A ‘crazy’ idea to weave the world’s longest braid in protest over the proposed regulation of a Polish river has delivered an unlikely win for conservationists.
Prominent Krakow artist, Cecylia Malik, hatched the plan to create a 20-kilometre-long braid (as long as the Bialka River itself) after more conventional protest methods failed.
Malik ensconced herself within Krakow’s Bunkier Sztuki Gallery in April, asking visitors to help her plait the colourful braid – which when finished measured an enormous 6km – before joining with campaigners to symbolically lay the artwork along the Bialka’s banks in a vivid, visual protest that attracted major media attention.
Authorities last month bowed to the pressure and scrapped plans to deepen the Bialka River, south of Krakow, and build containment walls along its banks after failing to negotiate a compromise between environmentalists and residents concerned about flooding.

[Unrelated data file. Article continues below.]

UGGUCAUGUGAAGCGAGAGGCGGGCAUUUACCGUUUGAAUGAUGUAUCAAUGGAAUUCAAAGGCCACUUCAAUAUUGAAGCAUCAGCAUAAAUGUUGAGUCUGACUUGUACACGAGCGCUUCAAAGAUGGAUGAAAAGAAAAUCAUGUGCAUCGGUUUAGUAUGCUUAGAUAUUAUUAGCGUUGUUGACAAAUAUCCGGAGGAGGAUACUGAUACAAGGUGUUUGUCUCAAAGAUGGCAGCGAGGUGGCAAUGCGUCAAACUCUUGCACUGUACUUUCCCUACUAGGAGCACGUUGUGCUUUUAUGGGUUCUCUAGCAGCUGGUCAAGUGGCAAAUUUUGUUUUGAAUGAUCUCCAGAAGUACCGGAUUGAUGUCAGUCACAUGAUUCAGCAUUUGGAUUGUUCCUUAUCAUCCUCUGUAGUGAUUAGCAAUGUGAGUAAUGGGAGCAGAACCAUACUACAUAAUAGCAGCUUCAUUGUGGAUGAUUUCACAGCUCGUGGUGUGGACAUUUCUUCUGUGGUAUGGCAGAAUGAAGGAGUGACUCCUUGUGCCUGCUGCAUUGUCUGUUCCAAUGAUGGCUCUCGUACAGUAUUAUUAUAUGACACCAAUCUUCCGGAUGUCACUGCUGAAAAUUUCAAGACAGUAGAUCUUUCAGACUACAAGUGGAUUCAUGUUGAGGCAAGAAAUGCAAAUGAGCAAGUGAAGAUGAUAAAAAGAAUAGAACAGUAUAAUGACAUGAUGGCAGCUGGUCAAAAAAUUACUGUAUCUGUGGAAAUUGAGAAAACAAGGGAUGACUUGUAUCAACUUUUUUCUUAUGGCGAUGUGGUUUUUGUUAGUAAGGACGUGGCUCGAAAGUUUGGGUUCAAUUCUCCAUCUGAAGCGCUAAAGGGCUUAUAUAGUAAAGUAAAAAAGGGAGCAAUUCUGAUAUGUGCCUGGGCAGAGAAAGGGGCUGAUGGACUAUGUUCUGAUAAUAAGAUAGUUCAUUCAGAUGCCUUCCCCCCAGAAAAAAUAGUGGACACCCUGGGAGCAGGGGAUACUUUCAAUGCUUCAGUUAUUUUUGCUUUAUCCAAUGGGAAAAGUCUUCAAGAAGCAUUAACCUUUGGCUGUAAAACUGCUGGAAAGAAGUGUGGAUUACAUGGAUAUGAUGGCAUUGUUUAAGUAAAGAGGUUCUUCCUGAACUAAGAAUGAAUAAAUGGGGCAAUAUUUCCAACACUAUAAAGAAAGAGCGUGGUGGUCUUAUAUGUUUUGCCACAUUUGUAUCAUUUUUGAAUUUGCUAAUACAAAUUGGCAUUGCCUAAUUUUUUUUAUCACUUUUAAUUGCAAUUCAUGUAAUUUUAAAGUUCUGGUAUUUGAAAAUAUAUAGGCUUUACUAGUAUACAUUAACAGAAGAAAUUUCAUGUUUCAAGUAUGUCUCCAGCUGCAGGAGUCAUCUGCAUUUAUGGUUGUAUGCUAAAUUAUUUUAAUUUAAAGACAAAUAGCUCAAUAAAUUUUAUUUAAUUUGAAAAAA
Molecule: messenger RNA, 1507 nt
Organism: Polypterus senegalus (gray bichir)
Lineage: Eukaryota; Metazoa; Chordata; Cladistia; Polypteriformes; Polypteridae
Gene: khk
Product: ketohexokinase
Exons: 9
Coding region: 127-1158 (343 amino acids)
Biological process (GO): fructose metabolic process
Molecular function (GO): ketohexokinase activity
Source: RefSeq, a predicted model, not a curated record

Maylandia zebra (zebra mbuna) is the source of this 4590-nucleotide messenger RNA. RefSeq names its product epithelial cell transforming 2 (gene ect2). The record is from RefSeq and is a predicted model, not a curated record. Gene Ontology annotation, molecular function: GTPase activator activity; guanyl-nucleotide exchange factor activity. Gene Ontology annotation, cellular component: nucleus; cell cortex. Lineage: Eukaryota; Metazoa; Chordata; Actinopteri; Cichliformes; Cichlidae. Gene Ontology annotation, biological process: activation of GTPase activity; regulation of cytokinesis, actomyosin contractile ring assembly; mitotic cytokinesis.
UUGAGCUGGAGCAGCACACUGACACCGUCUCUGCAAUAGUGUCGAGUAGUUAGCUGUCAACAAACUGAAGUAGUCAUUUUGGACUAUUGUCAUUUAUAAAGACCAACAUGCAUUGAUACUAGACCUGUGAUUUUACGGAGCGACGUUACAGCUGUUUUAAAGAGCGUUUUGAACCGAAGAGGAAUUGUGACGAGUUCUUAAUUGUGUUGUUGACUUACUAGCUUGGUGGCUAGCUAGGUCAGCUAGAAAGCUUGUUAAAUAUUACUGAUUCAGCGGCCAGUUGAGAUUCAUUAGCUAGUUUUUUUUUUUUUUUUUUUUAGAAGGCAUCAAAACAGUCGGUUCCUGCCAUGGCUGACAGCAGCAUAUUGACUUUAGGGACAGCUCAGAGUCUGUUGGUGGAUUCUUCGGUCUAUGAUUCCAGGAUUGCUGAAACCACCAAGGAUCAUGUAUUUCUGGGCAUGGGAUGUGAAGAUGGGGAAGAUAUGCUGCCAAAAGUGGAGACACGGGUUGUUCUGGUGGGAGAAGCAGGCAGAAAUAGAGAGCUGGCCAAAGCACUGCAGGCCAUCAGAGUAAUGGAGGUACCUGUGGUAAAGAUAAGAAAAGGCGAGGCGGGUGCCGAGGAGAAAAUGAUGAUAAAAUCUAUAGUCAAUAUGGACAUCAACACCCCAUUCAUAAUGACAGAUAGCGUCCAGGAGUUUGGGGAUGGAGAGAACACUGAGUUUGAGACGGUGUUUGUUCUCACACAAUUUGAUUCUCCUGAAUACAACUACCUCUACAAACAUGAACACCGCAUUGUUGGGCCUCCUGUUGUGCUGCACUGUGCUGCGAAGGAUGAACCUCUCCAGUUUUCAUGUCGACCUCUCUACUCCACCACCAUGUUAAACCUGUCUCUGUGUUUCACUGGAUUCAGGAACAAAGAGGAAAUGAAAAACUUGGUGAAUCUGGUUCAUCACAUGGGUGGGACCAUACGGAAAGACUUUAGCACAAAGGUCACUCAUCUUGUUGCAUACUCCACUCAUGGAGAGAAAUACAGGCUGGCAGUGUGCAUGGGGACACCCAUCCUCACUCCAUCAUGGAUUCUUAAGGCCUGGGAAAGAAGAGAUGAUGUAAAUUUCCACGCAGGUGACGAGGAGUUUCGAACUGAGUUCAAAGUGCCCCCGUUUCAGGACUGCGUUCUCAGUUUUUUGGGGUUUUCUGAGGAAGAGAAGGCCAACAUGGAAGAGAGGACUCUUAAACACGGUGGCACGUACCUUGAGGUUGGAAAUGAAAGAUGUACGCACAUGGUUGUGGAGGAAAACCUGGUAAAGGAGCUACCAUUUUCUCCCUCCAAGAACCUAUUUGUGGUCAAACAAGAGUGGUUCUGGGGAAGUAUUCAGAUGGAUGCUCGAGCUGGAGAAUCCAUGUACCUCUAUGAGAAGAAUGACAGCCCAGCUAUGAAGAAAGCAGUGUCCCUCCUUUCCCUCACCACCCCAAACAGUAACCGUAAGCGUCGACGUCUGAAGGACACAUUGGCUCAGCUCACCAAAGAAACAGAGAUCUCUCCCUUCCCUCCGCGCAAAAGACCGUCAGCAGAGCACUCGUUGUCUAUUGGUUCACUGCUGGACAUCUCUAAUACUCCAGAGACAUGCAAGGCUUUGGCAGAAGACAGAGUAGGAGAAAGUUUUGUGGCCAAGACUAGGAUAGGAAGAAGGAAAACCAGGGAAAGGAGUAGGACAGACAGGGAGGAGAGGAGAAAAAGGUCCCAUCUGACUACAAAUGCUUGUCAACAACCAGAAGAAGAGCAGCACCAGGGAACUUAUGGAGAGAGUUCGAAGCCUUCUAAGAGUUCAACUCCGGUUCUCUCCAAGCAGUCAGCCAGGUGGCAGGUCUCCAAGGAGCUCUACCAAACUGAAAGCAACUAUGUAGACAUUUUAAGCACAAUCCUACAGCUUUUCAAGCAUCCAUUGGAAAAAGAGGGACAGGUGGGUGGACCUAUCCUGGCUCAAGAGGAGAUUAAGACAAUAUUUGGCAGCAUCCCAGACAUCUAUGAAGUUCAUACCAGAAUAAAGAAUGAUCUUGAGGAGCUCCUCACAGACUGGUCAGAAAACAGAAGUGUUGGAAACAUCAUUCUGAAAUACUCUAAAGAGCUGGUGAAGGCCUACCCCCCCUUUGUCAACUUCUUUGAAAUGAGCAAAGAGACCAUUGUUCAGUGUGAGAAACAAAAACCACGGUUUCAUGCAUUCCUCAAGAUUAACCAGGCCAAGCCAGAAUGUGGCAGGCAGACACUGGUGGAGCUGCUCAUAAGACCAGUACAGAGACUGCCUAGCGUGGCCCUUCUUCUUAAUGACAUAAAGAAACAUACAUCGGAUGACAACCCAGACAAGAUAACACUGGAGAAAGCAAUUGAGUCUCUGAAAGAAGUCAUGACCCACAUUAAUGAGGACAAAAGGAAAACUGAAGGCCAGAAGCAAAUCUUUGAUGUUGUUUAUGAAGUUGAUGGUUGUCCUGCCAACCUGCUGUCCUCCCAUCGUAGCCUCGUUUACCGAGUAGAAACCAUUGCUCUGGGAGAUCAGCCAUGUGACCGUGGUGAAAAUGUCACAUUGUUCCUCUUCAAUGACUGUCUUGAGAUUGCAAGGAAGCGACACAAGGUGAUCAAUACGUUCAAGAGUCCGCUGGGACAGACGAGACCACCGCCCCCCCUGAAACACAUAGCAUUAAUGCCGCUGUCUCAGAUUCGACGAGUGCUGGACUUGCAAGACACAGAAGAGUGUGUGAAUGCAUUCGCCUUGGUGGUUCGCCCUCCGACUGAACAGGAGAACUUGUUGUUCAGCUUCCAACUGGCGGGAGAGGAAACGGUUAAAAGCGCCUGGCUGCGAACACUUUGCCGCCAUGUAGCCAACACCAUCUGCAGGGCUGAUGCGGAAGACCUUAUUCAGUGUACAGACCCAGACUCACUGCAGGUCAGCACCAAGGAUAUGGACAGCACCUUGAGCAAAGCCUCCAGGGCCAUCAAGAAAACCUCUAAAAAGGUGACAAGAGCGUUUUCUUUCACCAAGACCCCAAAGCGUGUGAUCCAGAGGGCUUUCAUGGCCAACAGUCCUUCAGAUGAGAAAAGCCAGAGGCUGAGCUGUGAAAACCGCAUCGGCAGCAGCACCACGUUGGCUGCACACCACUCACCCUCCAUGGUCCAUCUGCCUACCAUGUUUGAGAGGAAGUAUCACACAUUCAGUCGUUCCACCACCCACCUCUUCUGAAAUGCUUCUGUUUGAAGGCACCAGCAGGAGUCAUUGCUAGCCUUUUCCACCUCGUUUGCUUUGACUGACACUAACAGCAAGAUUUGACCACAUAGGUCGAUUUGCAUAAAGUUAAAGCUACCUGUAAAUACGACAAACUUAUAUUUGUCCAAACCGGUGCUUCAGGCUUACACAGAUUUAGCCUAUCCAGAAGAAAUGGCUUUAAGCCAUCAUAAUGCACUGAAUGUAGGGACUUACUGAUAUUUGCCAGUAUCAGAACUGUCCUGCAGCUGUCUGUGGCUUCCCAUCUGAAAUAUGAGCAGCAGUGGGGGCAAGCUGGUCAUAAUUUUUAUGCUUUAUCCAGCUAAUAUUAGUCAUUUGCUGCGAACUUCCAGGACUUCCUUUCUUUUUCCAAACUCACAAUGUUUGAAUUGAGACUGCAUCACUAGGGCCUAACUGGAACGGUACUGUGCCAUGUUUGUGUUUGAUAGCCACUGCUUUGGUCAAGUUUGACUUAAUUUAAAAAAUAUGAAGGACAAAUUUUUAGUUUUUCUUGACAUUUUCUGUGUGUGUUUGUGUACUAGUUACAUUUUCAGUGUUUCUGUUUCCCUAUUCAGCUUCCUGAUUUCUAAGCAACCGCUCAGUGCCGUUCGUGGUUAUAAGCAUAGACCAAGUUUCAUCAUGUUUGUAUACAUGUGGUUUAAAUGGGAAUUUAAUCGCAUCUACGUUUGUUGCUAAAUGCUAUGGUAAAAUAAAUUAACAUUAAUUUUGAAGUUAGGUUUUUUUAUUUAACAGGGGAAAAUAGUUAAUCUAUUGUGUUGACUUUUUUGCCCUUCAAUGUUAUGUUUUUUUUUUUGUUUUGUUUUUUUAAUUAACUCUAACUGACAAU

Cecylia Malik and her 20-km-long, record-breaking braid (Photo: Mieszko Stanisławski)
“It was a completely crazy, utopian idea but we wanted to do something different to save one of the most beautiful rivers in Poland, not just writing letters or signing petitions,” Malik said. She is now making a documentary film about her Bialka Braids project.
This is the second such success for Malik who, in 2011, with her sister Justyna Koeke, led a colourful rally of activists dressed in blue wings to protest a proposed development next to Krakow’s Zakrzówek reservoir, which would have threatened Common Blue Butterfly habitat. The project was later scrapped.
Malik will this week head to the United National climate change conference in Warsaw (November 11-22) after being asked to create an installation there featuring her gigantic Bialka braid.
Koren Helbig is an Australian freelance journalist working in Europe: korenhelbig.com